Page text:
It has been almost two months since my last bariatric surgery update, so I wanted to pop on and let you know how it's going. So many of you have written with kind words and encouragement and asking how it's going. I am truly honored by your emails and comments!
In short, it is going great!
I have lost 84 pounds since March 29 (3 months and 2 weeks), and I am recently (in the last month or so) able to see a difference in myself. And now that I can see it, what a difference it is! I know I still have a long way to go (200 pounds is my personal goal), but when I look in the mirror, I see a much thinner person.
I am able to wear all the cute clothes I packed away years ago, including some favorites from Kiyonna, which I absolutely love. They make me feel pretty. And they are quickly becoming too big, which means that I am visiting the thrift store pretty often to get new stuff!
I had jury duty last week, and something miraculous happened. I crossed my legs for the first time in years! That is something that you cannot even think about doing at 400 pounds.
In a recent post, I wrote about how nearly everything I ate made me nauseous. Robyn, my dear sweet friend who had this same surgery years ago, commented that she only has that problem when she doesn't chew her food well enough. I started chewing more – a lot more – to see if that would help, and it did! I now chew my food until there is nothing left of it which is somewhat annoying but much better than constant nausea!
One problem that I do have is that I don't know when I've had enough to eat, especially when we're not eating at home. When we're at home, Joe measures for me. I know I can eat about 1/3 cup of volume or 2-3 ounces of meat with a few bites of veggies. My surgeon's office said I'd be able to eat a full 1/2 cup by now, but that is way too much for me. I'm not complaining – I like that so little food fills me up!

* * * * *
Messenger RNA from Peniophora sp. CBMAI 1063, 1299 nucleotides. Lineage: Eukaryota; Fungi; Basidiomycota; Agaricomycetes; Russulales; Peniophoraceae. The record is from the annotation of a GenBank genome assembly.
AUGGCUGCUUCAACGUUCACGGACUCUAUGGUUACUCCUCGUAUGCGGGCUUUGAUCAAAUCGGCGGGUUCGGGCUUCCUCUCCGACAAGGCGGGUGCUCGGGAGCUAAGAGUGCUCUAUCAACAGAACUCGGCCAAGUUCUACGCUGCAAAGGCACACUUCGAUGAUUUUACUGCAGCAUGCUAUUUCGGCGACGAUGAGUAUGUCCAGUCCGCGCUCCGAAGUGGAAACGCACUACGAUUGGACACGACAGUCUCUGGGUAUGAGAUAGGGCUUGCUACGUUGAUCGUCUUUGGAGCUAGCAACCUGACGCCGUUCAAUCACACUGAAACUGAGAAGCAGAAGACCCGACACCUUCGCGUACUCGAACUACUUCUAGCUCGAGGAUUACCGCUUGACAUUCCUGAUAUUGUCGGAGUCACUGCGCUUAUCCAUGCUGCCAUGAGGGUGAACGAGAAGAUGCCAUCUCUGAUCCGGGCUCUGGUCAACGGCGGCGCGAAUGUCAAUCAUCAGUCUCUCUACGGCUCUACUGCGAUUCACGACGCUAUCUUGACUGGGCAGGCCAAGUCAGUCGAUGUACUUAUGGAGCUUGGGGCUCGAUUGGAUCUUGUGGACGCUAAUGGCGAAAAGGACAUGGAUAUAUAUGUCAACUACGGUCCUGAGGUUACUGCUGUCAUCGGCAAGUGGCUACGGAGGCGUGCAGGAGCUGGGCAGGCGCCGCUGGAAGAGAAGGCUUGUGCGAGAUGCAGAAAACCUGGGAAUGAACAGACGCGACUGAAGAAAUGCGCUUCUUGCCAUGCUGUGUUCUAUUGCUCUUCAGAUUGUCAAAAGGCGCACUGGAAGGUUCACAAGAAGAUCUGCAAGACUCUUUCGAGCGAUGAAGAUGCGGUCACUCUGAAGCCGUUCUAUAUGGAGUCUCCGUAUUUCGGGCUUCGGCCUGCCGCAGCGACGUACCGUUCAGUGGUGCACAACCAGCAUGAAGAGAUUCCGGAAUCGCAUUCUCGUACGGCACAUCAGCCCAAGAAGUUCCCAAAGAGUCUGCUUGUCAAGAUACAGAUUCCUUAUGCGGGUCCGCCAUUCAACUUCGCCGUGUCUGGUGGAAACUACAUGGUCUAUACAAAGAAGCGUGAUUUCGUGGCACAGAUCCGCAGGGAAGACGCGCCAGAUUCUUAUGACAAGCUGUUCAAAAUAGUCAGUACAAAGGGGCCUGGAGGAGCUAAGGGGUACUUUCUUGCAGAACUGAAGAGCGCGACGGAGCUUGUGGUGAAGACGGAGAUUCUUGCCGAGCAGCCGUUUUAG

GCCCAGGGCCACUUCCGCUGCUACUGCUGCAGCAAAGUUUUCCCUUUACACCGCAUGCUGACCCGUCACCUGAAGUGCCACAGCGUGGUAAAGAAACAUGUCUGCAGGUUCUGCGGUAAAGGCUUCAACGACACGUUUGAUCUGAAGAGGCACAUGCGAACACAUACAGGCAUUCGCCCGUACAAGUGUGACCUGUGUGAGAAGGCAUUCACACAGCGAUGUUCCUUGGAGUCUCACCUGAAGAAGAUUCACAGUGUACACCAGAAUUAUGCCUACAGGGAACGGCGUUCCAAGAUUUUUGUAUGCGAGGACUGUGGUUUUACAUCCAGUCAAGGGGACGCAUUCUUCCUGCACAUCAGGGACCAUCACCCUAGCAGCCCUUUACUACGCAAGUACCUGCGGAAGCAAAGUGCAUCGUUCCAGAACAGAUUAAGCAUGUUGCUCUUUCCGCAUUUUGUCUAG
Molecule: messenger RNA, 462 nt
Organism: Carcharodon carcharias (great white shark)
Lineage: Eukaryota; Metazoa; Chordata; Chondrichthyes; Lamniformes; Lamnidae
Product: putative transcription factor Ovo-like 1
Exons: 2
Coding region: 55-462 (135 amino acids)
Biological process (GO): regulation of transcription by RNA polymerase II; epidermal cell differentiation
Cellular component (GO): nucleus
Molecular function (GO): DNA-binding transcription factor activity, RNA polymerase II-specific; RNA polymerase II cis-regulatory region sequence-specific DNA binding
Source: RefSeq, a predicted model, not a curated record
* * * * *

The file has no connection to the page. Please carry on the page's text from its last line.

I packed my lunch every day when I was on jury duty so that I wouldn't have to go out for lunch. It seemed too complicated to have to pay for food and throw most of it away since carrying leftovers into a courtroom wouldn't work very well. 2 pickled beet eggs filled me up completely, and it was great! So easy to prepare for.
As I said above, I do have trouble knowing when I've eaten enough. Most of the time, I end up eating a little too much, and when I eat too much, not only am I uncomfortably full, but I get terrible heartburn that lasts for hours, usually until my next meal. I am going to mention this to my surgeon when I see him next week. I try not to overeat, but I think we need to also address the heartburn. I'm hoping he'll put me back on Protonix as that would be much cheaper for me than an OTC medicine.
Another thing I'm going to mention to my surgeon is my hunger pains. I have been having severe hunger pains to the point of nausea at meal and shake times pretty much since the week of surgery. The pains get way worse when I drink water. I heard from the nurse at my family doctor's office (who also had gastric sleeve surgery) that this is not normal at all and can be another indication of an acid reflux issue. Acid reflux is apparently very common among sleeve patients.
I think I have mentioned this before, but I found a Facebook support group that is related to the website bariatriceating.com, and I love it. They are very strict – no bread, rice, pasta, potatoes, or sugars. Carbs from veggies only and minimal fruits in the weight loss stage. No bananas and low fat meats only. It is certainly not a fun way of eating, but I think it is largely the cause of what I consider tremendous success so far.
I have come to accept that food isn't supposed to be a pastime or a friend, and I am treating it as it is supposed to be – fuel for my body. I think my longterm success in losing the weight and keeping it off depends 100% on eating this way for life.
I was reluctant at first to try the bariatriceating.com products – shakes and vitamins – because they are very expensive, but I am glad I eventually took the plunge. I have gotten 10 different flavors of their shakes, and I really like most of them. (The ice cream sandwich and banana smoothie are not my favorite.) Some flavors can even be made into brownies or pancakes, but I am hesitant to try that as I'm afraid it would lead to more goodies.